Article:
CORAL GABLES, Fla. (April 13, 2021) – What are the limits on the government’s authority to impose rules and regulations on private citizens? When does injury – accidental or intentional – constitute the basis for compensation? Who can sue whom? Who oversees lawsuits? How does public opinion impact the criminalization or decriminalization of certain conduct? These questions, and many more, are at the heart of ordered societies. And law and lawyers continue to play an essential role in shaping how communities are ordered. The study of law remains a central component of a democratic society.
The University of Miami School of Law offers two separate online summer legal academies to rising high school juniors and seniors and to undergraduate college students at no cost. Miami Law hopes the July 5 to July 23 program will provide students in both groups the opportunity to broaden their understanding of both law school and potential careers in law.
Last year, nearly 5,000 students applied for 140 spots; the 68 seniors, 63 juniors, and nine sophomores were from 27 states, districts, and territories. Of the 74 undergraduate schools represented, 61% were women, 45% identified as Black/African American, 54% identified as Hispanic/Latinx, and 44% were first-generation college students.
“We are excited to be able to offer this summer experience to a wide range of students—from the student who has been told she should attend law school, but who haven’t the faintest idea what it might entail, to the student who is busy thinking about wrapping up the semester, but has given some thought to the sorts of issues and challenges that our society faces—from climate change to police brutality. We do not care that you’re not certain about the law; we want hardworking, curious students who think they might want to hang out with us for three weeks,” said Professor Charlton Copeland, who teaches constitutional law, civil procedure, and other first-year and upper-level courses. “The challenges that our society faces make us keenly aware that we must prepare leaders from a full sample of our nation’s talent, and we hope that we can provide a pipeline for that, whether or not it ends in any student’s attendance in law school.”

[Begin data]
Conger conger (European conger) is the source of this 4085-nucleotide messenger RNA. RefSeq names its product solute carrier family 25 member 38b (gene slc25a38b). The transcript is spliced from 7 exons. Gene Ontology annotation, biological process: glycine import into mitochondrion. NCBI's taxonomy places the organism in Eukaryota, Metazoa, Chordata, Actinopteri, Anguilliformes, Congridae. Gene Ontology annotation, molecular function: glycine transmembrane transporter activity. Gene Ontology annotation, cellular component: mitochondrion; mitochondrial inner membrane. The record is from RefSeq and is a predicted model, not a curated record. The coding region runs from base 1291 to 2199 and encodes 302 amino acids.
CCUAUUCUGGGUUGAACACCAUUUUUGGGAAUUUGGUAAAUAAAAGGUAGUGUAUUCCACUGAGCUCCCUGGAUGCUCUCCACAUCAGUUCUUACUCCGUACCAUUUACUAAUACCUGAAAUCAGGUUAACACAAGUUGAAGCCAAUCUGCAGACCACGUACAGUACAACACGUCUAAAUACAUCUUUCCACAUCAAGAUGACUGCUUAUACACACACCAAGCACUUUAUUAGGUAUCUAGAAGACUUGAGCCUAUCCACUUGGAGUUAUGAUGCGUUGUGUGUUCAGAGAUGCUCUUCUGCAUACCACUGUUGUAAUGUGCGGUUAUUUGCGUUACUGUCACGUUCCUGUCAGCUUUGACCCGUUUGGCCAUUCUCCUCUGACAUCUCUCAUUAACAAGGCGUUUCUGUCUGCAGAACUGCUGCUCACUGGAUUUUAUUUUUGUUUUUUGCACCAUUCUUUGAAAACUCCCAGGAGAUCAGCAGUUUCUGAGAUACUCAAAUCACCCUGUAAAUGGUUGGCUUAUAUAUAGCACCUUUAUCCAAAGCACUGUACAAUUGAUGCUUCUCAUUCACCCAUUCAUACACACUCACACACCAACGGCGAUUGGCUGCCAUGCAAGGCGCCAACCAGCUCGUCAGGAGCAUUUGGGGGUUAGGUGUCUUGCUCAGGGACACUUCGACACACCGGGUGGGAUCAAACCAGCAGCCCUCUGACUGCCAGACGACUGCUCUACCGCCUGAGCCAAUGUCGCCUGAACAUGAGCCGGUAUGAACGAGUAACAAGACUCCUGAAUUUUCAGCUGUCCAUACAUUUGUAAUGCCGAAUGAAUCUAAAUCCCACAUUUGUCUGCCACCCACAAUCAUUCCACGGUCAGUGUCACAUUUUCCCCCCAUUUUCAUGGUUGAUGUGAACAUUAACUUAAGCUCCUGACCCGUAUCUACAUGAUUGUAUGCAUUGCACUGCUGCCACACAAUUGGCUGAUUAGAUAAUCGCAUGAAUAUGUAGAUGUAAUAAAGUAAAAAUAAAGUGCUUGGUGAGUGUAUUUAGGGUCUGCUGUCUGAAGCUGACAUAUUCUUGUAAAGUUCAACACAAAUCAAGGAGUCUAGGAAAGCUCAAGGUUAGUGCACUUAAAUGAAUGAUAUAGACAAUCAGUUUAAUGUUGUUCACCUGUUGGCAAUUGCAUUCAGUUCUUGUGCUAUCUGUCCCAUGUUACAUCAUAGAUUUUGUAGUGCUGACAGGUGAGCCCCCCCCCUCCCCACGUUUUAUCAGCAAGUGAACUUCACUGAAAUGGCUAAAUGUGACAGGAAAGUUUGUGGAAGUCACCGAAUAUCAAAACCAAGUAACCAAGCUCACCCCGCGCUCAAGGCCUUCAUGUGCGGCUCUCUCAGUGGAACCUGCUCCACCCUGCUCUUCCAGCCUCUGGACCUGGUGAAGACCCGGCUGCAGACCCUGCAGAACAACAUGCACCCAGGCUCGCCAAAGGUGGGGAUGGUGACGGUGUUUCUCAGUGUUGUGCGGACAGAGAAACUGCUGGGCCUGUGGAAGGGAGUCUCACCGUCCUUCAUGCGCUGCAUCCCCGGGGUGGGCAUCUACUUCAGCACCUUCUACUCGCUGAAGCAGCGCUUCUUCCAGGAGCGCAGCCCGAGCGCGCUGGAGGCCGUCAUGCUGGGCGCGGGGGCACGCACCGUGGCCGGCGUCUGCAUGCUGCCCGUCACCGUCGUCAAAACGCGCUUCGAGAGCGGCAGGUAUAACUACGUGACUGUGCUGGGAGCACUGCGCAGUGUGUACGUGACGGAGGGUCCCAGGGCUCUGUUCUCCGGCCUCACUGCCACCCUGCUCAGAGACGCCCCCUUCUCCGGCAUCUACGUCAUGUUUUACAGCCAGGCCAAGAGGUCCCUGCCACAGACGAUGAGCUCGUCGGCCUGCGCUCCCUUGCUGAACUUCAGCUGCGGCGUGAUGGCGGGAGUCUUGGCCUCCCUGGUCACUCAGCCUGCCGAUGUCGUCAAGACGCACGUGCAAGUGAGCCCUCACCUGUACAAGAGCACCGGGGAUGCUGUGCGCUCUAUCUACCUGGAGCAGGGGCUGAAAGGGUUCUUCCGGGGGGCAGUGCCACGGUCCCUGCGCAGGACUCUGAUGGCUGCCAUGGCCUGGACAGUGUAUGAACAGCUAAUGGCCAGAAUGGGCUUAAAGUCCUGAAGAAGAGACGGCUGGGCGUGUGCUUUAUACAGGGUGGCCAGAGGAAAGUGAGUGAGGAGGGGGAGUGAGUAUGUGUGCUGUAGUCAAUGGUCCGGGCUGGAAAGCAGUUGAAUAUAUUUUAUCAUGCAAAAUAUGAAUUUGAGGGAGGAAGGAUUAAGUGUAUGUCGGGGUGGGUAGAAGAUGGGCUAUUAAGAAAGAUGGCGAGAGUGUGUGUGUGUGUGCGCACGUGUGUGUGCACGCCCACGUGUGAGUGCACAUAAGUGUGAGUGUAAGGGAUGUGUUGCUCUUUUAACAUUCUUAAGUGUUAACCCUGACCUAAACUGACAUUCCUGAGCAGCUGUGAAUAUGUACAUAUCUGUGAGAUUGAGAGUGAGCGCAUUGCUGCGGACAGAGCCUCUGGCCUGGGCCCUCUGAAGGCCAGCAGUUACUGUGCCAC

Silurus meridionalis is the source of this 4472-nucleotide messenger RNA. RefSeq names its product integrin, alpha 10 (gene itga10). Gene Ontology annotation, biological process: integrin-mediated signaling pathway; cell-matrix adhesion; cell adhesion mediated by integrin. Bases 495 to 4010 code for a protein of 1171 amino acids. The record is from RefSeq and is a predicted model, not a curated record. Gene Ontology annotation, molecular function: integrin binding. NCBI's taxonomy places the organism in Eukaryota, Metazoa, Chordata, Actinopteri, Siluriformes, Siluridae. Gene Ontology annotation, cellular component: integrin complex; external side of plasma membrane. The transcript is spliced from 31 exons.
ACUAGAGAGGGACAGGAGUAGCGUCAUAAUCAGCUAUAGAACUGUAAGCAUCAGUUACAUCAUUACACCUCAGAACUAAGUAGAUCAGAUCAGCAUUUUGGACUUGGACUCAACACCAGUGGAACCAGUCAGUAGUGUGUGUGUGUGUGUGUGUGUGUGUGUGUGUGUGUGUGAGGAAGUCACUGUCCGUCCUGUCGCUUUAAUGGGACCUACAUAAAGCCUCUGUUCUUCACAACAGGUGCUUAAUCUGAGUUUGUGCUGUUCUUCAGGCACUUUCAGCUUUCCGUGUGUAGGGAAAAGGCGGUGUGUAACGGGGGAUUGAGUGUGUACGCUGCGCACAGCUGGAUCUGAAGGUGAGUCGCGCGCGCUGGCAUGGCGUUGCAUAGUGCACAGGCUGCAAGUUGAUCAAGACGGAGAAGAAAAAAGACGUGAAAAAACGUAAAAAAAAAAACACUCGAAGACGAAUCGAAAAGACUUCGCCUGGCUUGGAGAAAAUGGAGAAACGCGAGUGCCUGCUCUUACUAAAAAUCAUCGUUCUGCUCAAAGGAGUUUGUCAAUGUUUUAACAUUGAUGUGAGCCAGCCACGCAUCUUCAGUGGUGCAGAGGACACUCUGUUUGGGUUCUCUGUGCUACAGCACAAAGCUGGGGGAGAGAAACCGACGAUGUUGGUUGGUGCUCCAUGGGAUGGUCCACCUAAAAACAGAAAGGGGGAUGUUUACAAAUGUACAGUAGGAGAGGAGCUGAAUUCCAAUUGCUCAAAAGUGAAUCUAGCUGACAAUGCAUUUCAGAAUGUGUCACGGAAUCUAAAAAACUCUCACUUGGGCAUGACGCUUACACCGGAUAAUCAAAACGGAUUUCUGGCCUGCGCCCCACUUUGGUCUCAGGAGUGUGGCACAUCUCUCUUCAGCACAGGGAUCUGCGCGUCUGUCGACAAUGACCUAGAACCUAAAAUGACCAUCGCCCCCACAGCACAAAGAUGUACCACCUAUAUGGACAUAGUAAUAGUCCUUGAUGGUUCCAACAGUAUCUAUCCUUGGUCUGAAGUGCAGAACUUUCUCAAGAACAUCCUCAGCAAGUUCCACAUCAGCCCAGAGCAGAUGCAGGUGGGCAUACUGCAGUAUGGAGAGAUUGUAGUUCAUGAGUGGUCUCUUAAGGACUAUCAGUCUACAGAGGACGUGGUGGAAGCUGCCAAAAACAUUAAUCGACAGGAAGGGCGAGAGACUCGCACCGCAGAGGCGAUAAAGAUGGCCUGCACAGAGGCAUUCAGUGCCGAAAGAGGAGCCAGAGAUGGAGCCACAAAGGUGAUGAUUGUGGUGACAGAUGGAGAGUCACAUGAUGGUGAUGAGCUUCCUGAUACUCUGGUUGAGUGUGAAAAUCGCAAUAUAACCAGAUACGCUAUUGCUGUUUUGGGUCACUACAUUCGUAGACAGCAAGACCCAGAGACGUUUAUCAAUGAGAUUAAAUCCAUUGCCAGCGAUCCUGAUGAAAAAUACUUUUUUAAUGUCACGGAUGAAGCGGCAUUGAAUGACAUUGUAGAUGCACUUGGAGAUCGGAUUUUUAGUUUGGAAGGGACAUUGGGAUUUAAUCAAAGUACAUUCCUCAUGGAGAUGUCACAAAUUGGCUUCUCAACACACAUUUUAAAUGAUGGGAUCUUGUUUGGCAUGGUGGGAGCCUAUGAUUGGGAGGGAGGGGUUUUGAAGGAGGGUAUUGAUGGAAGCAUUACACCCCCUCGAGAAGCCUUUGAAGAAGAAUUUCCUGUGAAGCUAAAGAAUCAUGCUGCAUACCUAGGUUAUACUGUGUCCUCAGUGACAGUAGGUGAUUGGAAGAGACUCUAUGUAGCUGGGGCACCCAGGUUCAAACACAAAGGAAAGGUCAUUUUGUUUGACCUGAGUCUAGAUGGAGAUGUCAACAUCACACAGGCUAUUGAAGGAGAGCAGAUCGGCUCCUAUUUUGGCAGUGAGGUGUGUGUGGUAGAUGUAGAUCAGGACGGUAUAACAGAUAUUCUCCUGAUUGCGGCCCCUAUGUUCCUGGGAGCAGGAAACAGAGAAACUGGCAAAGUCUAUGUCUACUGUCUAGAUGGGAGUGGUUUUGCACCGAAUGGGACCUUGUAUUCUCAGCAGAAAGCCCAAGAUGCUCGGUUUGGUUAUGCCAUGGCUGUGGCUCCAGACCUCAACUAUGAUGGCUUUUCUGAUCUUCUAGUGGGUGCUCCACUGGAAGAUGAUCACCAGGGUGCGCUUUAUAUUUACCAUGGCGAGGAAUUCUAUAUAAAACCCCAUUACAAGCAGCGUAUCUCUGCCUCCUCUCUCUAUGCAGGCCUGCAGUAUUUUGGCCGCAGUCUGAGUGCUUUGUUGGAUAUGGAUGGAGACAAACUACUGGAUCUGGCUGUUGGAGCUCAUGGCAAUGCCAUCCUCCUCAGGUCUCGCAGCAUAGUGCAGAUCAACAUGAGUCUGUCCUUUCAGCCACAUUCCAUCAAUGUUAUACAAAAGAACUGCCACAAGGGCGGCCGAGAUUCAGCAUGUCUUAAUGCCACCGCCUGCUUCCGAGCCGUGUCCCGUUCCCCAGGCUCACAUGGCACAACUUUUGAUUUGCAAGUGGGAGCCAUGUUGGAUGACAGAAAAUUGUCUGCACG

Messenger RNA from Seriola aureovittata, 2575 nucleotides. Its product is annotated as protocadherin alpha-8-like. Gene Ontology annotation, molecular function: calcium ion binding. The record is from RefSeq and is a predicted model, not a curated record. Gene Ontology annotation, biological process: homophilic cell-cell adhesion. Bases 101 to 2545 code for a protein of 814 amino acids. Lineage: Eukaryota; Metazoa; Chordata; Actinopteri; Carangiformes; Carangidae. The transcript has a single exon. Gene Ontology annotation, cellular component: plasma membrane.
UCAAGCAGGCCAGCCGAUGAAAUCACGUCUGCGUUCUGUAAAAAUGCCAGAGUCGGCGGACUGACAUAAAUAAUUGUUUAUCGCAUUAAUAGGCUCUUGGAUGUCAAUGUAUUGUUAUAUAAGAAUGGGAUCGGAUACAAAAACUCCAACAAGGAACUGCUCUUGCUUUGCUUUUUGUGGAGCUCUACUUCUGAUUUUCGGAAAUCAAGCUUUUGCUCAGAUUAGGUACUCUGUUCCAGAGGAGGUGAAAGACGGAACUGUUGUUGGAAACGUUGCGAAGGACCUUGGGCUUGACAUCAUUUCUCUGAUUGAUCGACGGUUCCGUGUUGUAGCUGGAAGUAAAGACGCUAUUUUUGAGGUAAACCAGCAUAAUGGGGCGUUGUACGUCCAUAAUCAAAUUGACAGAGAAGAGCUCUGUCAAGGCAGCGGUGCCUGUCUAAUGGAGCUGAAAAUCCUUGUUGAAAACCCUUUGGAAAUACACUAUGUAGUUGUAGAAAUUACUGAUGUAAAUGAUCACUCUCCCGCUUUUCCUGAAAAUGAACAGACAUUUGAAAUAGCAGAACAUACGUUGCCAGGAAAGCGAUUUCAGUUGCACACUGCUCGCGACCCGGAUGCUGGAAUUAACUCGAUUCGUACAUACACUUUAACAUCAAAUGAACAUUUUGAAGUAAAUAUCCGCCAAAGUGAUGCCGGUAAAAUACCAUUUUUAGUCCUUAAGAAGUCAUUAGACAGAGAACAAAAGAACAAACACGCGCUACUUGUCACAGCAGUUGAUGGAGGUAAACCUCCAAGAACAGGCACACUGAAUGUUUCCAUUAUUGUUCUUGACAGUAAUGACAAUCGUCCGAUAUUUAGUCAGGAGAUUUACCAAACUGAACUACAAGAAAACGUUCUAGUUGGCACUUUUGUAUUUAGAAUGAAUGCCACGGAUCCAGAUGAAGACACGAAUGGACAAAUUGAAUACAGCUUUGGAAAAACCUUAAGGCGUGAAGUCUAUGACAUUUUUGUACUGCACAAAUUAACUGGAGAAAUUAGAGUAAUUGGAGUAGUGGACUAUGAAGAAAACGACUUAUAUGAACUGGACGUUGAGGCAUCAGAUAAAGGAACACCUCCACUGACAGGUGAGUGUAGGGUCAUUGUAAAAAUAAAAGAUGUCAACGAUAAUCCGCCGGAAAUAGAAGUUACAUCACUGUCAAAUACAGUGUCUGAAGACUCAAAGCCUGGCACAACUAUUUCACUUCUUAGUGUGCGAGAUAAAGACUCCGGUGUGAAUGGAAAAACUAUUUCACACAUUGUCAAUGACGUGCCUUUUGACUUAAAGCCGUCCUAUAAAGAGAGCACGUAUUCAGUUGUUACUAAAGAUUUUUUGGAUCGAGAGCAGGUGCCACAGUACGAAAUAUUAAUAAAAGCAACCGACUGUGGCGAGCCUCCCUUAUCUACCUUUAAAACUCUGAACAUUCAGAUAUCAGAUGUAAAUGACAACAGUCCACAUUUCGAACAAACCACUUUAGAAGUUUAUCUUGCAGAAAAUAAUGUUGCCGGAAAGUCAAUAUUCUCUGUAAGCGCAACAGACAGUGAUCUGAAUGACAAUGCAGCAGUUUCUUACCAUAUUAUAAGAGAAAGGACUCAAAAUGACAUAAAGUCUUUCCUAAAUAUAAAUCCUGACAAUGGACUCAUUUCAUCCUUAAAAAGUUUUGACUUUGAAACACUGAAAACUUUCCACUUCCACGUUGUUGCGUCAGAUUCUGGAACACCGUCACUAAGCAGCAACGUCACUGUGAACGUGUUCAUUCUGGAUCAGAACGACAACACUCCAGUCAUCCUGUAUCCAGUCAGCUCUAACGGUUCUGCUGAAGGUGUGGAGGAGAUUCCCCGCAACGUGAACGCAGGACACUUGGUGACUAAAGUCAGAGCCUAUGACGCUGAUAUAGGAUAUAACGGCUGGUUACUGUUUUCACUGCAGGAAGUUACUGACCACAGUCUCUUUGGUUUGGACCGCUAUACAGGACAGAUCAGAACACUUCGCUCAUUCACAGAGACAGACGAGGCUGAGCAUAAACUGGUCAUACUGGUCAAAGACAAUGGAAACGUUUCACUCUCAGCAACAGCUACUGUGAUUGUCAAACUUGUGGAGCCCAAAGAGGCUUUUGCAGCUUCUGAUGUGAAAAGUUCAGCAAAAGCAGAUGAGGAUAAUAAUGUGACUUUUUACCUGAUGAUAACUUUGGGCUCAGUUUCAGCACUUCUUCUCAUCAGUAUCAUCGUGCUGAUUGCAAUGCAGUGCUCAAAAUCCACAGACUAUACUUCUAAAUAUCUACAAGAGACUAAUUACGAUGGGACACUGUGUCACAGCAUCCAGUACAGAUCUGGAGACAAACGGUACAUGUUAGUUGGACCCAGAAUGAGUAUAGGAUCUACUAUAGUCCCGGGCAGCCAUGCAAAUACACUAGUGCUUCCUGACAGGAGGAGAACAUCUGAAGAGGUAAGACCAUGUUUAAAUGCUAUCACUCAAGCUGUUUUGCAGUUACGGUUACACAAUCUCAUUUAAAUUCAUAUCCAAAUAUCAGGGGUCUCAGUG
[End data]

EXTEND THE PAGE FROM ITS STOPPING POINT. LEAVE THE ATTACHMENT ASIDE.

Candidates will participate in four classes: torts, criminal law, contracts, and constitutional law; and additionally, work closely with current Dean’s Fellows in small groups to acclimate to reading cases and class preparation. Options include participation moot and choice of electives, including immigration, sports and entertainment, technology and innovation.
The seating-limited program will meet five days a week starting on July 5 and be hosted live via Zoom; heavily discussion-based learning will ensure engagement. Miami Law will supply all necessary materials to collaborate during online group activities.
“The program is an unparalleled offering to expose those with interest or curiosity about both the practice and study of law, and the deeper connections to our society and our communities,” said Greg Levy, associate dean of Law Academic & Student Services and Strategic Initiatives. “The courses are taught by leading legal experts and present a short course snapshot of the life of a law student.”
The academy will include a twice-weekly roundtable discussion with industry leaders, weekly sessions with lawyers who are agents of change, an admission and financial aid information session, and matching with mentors for weekly meetings. Students who satisfactorily complete the course will receive a certification.